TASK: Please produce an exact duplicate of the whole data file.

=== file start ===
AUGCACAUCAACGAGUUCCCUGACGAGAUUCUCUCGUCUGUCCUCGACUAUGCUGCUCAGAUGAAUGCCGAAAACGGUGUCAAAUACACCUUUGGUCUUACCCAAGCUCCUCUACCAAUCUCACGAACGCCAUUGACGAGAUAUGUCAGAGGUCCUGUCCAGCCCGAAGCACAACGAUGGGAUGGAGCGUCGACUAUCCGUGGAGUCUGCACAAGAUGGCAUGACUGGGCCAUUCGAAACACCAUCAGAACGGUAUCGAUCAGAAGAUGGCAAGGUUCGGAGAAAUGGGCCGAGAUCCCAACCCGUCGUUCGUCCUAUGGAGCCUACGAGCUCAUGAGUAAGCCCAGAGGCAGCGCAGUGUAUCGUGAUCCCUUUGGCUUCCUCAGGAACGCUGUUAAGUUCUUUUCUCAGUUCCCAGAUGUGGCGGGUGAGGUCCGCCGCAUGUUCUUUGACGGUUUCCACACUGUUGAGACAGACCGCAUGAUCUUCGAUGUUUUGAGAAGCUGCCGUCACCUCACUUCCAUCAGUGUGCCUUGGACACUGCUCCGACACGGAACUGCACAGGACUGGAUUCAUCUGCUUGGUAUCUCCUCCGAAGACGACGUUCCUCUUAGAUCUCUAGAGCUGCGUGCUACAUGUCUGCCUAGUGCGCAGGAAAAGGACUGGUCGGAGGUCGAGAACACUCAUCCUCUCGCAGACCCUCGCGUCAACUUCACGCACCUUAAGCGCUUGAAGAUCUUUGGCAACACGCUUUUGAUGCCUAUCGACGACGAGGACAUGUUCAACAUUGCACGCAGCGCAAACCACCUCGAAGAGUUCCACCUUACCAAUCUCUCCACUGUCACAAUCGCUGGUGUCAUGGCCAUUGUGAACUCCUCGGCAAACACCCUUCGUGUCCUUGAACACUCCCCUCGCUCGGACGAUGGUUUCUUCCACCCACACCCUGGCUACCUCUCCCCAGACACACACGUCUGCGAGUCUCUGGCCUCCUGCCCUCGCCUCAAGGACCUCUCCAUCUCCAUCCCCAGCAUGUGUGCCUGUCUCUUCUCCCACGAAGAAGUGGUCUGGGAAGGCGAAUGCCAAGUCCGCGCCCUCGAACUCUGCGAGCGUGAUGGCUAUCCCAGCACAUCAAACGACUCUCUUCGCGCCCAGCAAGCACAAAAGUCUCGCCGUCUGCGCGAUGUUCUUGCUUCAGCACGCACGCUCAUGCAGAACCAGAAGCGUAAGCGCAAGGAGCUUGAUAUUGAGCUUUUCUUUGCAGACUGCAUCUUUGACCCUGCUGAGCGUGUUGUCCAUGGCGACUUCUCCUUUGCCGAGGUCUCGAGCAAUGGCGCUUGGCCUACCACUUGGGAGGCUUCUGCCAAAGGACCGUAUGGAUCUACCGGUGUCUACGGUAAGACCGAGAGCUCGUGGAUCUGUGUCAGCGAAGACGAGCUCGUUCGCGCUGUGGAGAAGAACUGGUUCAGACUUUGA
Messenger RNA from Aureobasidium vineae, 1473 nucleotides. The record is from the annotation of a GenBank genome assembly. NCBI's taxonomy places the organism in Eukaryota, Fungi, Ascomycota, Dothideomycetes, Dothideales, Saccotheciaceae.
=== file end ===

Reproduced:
AUGCACAUCAACGAGUUCCCUGACGAGAUUCUCUCGUCUGUCCUCGACUAUGCUGCUCAGAUGAAUGCCGAAAACGGUGUCAAAUACACCUUUGGUCUUACCCAAGCUCCUCUACCAAUCUCACGAACGCCAUUGACGAGAUAUGUCAGAGGUCCUGUCCAGCCCGAAGCACAACGAUGGGAUGGAGCGUCGACUAUCCGUGGAGUCUGCACAAGAUGGCAUGACUGGGCCAUUCGAAACACCAUCAGAACGGUAUCGAUCAGAAGAUGGCAAGGUUCGGAGAAAUGGGCCGAGAUCCCAACCCGUCGUUCGUCCUAUGGAGCCUACGAGCUCAUGAGUAAGCCCAGAGGCAGCGCAGUGUAUCGUGAUCCCUUUGGCUUCCUCAGGAACGCUGUUAAGUUCUUUUCUCAGUUCCCAGAUGUGGCGGGUGAGGUCCGCCGCAUGUUCUUUGACGGUUUCCACACUGUUGAGACAGACCGCAUGAUCUUCGAUGUUUUGAGAAGCUGCCGUCACCUCACUUCCAUCAGUGUGCCUUGGACACUGCUCCGACACGGAACUGCACAGGACUGGAUUCAUCUGCUUGGUAUCUCCUCCGAAGACGACGUUCCUCUUAGAUCUCUAGAGCUGCGUGCUACAUGUCUGCCUAGUGCGCAGGAAAAGGACUGGUCGGAGGUCGAGAACACUCAUCCUCUCGCAGACCCUCGCGUCAACUUCACGCACCUUAAGCGCUUGAAGAUCUUUGGCAACACGCUUUUGAUGCCUAUCGACGACGAGGACAUGUUCAACAUUGCACGCAGCGCAAACCACCUCGAAGAGUUCCACCUUACCAAUCUCUCCACUGUCACAAUCGCUGGUGUCAUGGCCAUUGUGAACUCCUCGGCAAACACCCUUCGUGUCCUUGAACACUCCCCUCGCUCGGACGAUGGUUUCUUCCACCCACACCCUGGCUACCUCUCCCCAGACACACACGUCUGCGAGUCUCUGGCCUCCUGCCCUCGCCUCAAGGACCUCUCCAUCUCCAUCCCCAGCAUGUGUGCCUGUCUCUUCUCCCACGAAGAAGUGGUCUGGGAAGGCGAAUGCCAAGUCCGCGCCCUCGAACUCUGCGAGCGUGAUGGCUAUCCCAGCACAUCAAACGACUCUCUUCGCGCCCAGCAAGCACAAAAGUCUCGCCGUCUGCGCGAUGUUCUUGCUUCAGCACGCACGCUCAUGCAGAACCAGAAGCGUAAGCGCAAGGAGCUUGAUAUUGAGCUUUUCUUUGCAGACUGCAUCUUUGACCCUGCUGAGCGUGUUGUCCAUGGCGACUUCUCCUUUGCCGAGGUCUCGAGCAAUGGCGCUUGGCCUACCACUUGGGAGGCUUCUGCCAAAGGACCGUAUGGAUCUACCGGUGUCUACGGUAAGACCGAGAGCUCGUGGAUCUGUGUCAGCGAAGACGAGCUCGUUCGCGCUGUGGAGAAGAACUGGUUCAGACUUUGA
Messenger RNA from Aureobasidium vineae, 1473 nucleotides. The record is from the annotation of a GenBank genome assembly. NCBI's taxonomy places the organism in Eukaryota, Fungi, Ascomycota, Dothideomycetes, Dothideales, Saccotheciaceae.